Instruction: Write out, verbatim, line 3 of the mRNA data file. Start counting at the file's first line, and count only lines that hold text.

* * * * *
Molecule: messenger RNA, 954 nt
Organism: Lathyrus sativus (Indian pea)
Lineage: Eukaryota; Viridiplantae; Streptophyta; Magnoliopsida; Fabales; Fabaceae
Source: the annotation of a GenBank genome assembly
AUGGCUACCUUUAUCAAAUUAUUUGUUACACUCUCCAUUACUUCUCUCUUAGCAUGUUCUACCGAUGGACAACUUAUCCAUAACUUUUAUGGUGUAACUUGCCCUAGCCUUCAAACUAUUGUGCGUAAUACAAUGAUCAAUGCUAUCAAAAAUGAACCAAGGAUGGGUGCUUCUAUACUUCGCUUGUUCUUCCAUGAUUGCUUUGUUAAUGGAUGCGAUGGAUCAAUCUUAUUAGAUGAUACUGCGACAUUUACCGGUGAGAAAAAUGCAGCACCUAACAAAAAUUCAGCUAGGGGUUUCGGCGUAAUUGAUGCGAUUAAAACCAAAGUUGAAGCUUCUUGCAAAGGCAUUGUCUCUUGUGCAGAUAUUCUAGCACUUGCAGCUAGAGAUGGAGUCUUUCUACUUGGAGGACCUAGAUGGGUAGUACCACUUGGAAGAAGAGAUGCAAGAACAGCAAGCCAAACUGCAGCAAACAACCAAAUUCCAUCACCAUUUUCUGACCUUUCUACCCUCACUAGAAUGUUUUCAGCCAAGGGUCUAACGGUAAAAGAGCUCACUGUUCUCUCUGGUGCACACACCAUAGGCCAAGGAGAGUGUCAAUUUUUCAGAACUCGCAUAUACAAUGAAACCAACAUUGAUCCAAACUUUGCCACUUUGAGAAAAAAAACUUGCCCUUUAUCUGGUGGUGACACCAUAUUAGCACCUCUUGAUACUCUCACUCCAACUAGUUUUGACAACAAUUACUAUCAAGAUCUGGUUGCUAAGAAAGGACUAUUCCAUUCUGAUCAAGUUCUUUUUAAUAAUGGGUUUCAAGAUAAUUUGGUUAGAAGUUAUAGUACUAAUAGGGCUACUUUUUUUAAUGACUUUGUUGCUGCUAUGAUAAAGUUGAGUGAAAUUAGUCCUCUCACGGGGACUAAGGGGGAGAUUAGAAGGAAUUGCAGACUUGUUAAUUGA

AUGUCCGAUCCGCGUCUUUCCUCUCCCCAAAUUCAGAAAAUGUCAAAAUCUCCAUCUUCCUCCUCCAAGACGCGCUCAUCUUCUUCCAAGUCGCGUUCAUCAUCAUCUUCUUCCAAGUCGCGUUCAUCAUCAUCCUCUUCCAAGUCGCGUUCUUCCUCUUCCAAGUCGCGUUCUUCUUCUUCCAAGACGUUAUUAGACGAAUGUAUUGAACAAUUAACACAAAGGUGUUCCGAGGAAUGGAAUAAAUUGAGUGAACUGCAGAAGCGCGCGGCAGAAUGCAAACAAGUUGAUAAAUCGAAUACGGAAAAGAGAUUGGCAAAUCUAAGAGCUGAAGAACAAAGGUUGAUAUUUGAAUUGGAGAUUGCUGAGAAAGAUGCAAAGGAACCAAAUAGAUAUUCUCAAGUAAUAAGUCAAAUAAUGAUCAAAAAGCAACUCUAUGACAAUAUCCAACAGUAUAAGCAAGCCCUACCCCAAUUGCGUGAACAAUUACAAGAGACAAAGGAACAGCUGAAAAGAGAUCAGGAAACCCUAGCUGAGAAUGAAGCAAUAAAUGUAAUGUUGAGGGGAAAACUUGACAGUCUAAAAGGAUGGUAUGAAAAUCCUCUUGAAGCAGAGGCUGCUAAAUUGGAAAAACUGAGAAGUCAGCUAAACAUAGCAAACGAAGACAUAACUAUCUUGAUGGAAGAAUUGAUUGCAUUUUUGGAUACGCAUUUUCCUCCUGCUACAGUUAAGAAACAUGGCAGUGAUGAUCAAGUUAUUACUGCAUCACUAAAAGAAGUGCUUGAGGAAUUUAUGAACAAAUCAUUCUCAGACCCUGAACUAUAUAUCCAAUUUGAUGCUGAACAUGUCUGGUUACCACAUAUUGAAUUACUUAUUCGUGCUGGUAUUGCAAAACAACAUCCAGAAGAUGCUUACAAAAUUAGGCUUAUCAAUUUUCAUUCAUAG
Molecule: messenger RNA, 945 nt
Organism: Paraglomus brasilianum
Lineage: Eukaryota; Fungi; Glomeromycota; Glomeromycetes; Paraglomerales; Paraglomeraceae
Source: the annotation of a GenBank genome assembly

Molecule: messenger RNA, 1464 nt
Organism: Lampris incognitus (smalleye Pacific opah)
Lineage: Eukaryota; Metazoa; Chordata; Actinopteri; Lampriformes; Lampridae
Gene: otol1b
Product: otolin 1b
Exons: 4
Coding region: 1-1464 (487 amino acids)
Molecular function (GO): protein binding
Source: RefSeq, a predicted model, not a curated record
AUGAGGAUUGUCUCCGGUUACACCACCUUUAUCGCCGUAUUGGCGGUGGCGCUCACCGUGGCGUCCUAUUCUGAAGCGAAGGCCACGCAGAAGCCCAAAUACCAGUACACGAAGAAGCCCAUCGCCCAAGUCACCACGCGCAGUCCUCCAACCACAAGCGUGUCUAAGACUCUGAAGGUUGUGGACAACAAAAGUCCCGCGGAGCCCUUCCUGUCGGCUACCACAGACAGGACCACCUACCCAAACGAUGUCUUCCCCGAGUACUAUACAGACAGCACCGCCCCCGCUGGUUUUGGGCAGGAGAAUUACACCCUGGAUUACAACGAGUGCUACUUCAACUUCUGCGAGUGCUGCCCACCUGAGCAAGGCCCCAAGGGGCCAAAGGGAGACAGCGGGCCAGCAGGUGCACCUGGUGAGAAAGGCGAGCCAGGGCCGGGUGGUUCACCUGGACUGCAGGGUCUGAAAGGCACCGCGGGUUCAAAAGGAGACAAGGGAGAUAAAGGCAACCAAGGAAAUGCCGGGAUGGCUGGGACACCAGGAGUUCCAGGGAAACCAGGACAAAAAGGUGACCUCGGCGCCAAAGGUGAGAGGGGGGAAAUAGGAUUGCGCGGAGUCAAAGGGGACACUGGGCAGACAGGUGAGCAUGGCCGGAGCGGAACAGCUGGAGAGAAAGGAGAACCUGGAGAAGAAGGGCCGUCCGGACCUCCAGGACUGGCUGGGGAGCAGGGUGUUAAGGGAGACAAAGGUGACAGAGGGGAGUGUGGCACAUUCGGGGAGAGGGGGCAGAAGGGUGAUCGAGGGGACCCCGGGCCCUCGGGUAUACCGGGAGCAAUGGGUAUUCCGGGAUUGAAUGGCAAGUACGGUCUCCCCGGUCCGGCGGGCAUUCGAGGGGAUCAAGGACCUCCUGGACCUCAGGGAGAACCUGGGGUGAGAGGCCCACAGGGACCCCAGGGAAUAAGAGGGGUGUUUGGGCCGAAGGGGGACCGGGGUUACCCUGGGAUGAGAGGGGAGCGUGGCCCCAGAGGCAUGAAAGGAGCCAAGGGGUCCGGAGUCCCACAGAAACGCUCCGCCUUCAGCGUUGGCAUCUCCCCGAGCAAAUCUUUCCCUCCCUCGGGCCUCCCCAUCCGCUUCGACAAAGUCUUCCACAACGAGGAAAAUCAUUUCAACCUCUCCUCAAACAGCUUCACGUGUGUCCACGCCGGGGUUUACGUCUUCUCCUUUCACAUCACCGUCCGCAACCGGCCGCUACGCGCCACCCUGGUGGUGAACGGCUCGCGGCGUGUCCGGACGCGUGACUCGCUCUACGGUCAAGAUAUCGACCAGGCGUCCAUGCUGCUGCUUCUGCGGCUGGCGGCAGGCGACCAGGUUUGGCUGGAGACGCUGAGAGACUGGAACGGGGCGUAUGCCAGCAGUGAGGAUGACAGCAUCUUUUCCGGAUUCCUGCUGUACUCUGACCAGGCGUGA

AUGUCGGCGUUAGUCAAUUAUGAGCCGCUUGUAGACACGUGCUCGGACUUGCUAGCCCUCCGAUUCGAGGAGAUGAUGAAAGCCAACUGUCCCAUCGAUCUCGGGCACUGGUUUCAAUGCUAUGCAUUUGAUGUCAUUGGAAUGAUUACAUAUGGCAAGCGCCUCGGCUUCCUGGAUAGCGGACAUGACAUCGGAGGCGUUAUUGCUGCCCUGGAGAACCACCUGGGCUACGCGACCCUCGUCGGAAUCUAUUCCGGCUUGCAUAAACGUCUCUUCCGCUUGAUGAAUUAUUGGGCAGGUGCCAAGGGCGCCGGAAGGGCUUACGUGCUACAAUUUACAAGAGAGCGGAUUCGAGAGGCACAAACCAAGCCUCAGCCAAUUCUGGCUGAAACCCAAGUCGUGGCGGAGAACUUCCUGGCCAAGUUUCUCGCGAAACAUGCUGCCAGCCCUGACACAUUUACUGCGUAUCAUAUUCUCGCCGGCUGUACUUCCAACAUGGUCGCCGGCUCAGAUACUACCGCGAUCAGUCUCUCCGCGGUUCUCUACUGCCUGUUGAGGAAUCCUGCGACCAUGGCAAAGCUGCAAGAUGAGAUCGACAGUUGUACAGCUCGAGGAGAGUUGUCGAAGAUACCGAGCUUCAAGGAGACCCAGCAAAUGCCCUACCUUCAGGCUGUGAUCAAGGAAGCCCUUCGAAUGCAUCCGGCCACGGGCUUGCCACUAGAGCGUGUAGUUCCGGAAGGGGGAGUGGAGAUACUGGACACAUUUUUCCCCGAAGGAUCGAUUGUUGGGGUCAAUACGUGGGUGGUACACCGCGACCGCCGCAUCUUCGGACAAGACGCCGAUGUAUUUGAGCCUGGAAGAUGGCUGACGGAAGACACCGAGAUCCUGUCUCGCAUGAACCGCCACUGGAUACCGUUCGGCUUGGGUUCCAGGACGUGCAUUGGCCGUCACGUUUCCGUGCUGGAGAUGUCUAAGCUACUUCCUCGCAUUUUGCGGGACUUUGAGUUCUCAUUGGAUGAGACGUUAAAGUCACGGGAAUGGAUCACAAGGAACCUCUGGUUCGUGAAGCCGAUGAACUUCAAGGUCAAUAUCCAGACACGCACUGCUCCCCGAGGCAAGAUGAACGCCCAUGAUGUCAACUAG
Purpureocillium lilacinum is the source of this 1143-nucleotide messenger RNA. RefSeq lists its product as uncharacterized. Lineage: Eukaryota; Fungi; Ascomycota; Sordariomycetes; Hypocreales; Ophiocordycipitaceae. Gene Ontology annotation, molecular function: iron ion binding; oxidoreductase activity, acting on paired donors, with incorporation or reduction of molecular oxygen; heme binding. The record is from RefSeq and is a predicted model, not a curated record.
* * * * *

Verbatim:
Lineage: Eukaryota; Viridiplantae; Streptophyta; Magnoliopsida; Fabales; Fabaceae